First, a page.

Beadwork, carvings and powwow drumming are all part of a new exhibit that opens at the Vancouver Art Gallery, Feb. 25-but not in the forms one might expect.
Instead, visitors to Beat Nation: Art, Hip Hop and Aboriginal Culture will see a beaded MacBook Pro electrical cord, skateboards carved to resemble old-fashioned snowshoes and a video of a breakdancer busting moves to traditional drumbeats.
"They all carry echoes of their ancestors in their work, but they are very much creating their own path and they very much are expressing the liberty to define themselves," said Tania Willard, co-curator of the show.
The VAG's version of Beat Nation builds on a 2008 initiative of the Grunt Gallery that Willard, a Secwepemc artist and graphic designer, co-curated with multidisciplinary artist Skeena Reece, who's featured in performance regalia in the signature image for the exhibition.
The expanded version of Beat Nation claims the second floor of the gallery and features the work of 27 artists from across North America presented in four distinct sections.
In addition to a b-boy breaking to thumping drums, Alaska-based artist Nicholas Galanin's video "Tsu Heidei Shugaxtutaan part 1 and 2" depicts a dancer decked in traditional regalia dancing to electro beats in the musicthemed section called "The Beat."
Musqueam artist Ostwelve has also curated 16 aboriginal hiphop videos for the show.
The aforementioned photo of Reece, who looks commanding in a painted bustier, scarlet button blanket that's actually decked with an enormous sequined grenade and a feather and horsehair headdress called a roach, that's traditionally worn by men-regalia she wore for a performance she did at the Biennale of Sydney, Australia, in 2008-is featured in "the stage" section, which spotlights performance, persona and identity.
Newfoundland artist Jordan Bennett's snowshoe-skateboards and skateboard trucks carved from moose antler are included in the portion dubbed "the street."
The final section, "the tag," showcases tagging, graffiti, pictographs and petroglyphs.
Beat Nation co-curator Kathleen Ritter, associate curator with the Vancouver Art Gallery, says few of the works have been previously seen in Vancouver, although the acclaimed sculptural Northwest Coast-type native masks that B.C. artist Brian Jungen fashioned from Nike Air Jordans are included.
"We thought that that was an important series to include because of Brian's influence to a slightly younger generation of artists who are working with a similar strategy of borrowing, appropriation, repurposing things from popular culture and mixing them with other signifiers of aboriginal culture," Ritter said.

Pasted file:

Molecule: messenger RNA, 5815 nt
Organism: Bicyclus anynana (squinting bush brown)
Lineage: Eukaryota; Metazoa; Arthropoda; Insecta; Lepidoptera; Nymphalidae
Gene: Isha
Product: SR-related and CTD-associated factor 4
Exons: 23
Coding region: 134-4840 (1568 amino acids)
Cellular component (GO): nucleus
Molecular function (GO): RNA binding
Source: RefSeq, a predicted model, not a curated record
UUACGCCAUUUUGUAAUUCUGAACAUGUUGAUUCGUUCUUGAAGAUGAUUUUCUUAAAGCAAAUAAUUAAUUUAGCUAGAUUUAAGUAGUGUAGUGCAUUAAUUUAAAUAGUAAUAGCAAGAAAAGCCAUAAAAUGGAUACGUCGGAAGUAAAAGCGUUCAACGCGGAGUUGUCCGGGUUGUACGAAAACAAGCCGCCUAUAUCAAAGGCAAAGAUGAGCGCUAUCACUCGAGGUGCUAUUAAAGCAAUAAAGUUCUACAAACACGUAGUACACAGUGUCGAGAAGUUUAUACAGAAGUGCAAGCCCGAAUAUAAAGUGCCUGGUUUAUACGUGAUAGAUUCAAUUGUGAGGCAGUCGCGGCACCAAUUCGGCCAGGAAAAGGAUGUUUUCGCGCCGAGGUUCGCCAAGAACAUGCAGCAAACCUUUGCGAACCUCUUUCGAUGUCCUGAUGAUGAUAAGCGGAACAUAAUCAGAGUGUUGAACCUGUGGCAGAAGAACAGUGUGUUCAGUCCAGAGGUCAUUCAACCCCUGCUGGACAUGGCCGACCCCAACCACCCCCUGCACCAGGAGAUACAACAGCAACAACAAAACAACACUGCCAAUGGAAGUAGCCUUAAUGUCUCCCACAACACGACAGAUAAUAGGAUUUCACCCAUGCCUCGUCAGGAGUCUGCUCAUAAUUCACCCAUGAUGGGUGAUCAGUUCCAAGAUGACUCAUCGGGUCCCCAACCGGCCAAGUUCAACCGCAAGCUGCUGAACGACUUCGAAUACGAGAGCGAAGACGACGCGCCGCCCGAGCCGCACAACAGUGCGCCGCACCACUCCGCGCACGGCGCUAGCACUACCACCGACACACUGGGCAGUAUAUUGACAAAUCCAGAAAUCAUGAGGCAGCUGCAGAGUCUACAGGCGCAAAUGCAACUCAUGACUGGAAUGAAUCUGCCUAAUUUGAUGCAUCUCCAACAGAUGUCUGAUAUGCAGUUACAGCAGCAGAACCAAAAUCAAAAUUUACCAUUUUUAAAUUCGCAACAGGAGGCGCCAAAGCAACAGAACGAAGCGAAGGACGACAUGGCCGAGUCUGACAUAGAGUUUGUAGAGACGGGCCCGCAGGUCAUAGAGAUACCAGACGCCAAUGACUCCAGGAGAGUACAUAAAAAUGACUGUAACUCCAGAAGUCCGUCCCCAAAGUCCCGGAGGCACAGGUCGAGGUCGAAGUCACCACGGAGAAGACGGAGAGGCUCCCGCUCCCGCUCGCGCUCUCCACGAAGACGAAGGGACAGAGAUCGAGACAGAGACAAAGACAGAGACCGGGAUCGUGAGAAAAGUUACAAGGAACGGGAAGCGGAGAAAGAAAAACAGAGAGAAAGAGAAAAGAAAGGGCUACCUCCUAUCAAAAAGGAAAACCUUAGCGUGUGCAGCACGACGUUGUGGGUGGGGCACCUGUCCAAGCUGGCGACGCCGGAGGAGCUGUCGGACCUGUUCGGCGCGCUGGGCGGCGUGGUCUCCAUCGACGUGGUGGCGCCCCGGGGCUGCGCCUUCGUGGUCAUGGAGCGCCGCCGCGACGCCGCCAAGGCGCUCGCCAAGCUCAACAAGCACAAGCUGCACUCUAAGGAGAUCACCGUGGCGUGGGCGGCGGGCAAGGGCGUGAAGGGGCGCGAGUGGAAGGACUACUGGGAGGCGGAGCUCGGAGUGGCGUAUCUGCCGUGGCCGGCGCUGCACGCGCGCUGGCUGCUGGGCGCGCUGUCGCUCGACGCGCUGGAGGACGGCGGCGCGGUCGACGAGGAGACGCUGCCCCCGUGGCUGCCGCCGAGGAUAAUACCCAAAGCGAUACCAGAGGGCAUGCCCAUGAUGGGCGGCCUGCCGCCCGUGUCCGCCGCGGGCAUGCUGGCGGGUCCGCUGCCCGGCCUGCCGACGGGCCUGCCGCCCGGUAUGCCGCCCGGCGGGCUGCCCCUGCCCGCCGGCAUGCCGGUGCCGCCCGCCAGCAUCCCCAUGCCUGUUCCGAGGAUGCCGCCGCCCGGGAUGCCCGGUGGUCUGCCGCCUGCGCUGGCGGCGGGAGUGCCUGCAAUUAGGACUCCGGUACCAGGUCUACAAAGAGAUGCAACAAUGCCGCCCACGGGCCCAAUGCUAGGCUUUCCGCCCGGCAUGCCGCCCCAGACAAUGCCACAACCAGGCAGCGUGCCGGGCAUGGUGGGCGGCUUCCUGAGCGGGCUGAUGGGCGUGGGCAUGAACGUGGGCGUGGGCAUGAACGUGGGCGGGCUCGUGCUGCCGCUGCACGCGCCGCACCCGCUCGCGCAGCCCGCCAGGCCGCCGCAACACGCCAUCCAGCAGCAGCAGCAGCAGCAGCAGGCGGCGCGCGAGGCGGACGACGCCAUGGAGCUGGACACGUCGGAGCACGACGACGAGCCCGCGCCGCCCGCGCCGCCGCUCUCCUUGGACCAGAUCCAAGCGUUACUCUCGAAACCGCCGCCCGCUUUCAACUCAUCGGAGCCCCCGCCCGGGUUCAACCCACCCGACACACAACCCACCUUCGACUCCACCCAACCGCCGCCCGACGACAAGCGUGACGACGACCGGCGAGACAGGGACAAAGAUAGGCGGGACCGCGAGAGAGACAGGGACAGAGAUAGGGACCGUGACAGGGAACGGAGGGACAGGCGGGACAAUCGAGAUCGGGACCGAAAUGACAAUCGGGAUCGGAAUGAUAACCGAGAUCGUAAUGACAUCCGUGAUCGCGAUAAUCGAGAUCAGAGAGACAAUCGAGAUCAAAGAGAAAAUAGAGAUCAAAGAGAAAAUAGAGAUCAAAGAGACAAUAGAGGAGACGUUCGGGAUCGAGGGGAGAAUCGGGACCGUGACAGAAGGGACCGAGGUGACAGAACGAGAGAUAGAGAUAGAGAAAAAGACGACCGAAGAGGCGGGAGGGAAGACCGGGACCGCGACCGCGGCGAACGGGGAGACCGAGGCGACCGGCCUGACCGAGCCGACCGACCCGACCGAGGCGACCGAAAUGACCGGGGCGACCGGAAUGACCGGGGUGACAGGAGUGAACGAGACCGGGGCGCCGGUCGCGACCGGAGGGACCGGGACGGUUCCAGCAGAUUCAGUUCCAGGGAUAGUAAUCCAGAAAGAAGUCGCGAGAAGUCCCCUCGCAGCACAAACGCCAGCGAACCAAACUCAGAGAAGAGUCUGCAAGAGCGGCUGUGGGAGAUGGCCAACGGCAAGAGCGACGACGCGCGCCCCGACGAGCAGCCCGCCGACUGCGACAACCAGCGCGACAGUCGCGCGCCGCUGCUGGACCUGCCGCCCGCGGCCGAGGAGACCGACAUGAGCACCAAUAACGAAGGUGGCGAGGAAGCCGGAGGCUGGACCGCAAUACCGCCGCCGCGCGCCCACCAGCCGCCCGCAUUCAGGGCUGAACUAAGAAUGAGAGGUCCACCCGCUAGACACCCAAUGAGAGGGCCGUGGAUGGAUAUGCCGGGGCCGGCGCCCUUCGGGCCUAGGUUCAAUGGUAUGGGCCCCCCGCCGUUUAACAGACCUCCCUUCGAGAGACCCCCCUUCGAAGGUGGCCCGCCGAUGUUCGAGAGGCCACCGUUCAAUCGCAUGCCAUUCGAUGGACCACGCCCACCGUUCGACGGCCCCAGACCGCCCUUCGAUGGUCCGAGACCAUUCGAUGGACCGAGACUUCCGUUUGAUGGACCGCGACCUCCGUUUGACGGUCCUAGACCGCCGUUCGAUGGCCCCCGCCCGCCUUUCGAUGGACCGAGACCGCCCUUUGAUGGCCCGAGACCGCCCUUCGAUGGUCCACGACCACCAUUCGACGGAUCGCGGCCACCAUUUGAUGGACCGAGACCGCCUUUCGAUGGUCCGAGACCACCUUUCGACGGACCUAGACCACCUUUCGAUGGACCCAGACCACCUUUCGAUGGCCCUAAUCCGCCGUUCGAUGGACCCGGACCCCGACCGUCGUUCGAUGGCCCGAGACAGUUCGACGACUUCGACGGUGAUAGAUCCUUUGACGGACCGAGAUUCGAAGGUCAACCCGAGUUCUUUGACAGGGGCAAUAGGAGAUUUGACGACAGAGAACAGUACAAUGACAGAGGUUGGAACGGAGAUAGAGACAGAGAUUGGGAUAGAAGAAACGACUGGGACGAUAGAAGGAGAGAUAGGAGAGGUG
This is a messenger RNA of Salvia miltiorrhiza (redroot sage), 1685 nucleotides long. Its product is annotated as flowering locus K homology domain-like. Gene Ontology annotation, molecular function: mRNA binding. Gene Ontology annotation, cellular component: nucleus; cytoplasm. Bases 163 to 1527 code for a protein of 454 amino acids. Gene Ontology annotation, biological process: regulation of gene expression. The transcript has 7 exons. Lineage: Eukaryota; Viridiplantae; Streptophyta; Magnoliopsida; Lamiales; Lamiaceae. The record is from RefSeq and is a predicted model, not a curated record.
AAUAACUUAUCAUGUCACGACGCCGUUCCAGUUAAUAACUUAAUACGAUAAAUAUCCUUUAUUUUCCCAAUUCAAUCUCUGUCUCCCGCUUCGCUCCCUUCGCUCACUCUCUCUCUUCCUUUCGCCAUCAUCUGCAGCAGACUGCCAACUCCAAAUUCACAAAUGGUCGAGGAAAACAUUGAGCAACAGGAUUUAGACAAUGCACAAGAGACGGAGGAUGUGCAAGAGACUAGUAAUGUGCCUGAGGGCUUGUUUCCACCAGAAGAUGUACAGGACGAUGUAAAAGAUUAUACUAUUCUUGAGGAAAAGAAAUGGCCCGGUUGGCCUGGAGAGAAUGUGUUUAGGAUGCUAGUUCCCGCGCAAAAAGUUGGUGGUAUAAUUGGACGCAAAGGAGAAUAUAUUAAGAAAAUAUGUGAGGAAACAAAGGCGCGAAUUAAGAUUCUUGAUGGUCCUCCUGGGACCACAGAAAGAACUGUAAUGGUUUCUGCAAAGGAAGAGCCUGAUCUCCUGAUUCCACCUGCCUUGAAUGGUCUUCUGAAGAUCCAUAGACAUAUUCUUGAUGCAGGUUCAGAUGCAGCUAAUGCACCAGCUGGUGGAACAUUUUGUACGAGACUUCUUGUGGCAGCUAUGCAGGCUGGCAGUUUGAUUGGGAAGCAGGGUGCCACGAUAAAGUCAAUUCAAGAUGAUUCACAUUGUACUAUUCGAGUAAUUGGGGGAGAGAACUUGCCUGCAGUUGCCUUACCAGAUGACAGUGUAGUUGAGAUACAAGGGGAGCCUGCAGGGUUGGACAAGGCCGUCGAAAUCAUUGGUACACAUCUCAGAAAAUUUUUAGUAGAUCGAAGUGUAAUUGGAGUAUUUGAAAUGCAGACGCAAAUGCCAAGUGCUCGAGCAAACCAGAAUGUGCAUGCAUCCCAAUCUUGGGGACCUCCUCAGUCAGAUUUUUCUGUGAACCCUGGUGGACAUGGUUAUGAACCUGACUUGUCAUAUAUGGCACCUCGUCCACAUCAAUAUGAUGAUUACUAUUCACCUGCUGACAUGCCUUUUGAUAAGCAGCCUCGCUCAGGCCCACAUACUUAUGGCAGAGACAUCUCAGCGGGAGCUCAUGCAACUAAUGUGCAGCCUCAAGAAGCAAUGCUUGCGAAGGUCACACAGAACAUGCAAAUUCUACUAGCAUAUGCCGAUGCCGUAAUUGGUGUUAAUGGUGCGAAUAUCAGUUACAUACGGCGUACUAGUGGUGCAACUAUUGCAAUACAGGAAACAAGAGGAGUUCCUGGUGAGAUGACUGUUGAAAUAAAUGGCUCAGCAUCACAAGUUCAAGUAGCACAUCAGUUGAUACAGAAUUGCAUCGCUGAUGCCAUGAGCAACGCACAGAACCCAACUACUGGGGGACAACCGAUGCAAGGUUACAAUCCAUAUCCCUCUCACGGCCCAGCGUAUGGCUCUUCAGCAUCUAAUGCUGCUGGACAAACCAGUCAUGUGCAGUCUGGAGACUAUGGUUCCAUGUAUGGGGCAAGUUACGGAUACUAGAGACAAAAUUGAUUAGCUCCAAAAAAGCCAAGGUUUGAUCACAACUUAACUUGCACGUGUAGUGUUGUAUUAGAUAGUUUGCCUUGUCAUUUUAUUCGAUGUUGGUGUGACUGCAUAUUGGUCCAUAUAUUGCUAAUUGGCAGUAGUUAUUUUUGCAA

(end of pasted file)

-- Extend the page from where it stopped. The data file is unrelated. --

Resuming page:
Dylan Miner, a Metis artist who lives in Michigan, recently visited Vancouver to work with young aboriginal artists to build and decorate four lowrider bikes for the exhibit that symbolize each of the four directions on the medicine wheel.
Ritter says Beat Nation continues the VAG's ongoing commitment to showcase creations by aboriginal art-ists, as evidenced by an exhibition of pieces by Jungen, a mid-career survey of work by Rebecca Belmore and the 2006 exhibit Raven Travelling: Two Centuries of Haida Art.
She says the gallery was particularly interested in highlighting the connection between aboriginal art and hip-hop. "Since the '90s, Vancouver's been a hotbed of aboriginal hip hop where we see young musicians picking up hip hop as a form for storytelling, for political activism, for indigenous languages, so we wanted to build on that tradition that's coming out of music," Ritter said. "That's really where the exhibition takes it cues and expands from there."
The Feb. 24 FUSE night kicks off the exhibit with hip-hop inspired performances by the Beat Nation Live ensemble. The Friday night event will include music and visuals by Jackson 2Bears, award-winning multimedia artist and filmmaker Bear Witness and DJ collective A Tribe Called Red.
The Beat Nation exhibit runs to June 3.
For more information, see vanartgallery.bc.ca.
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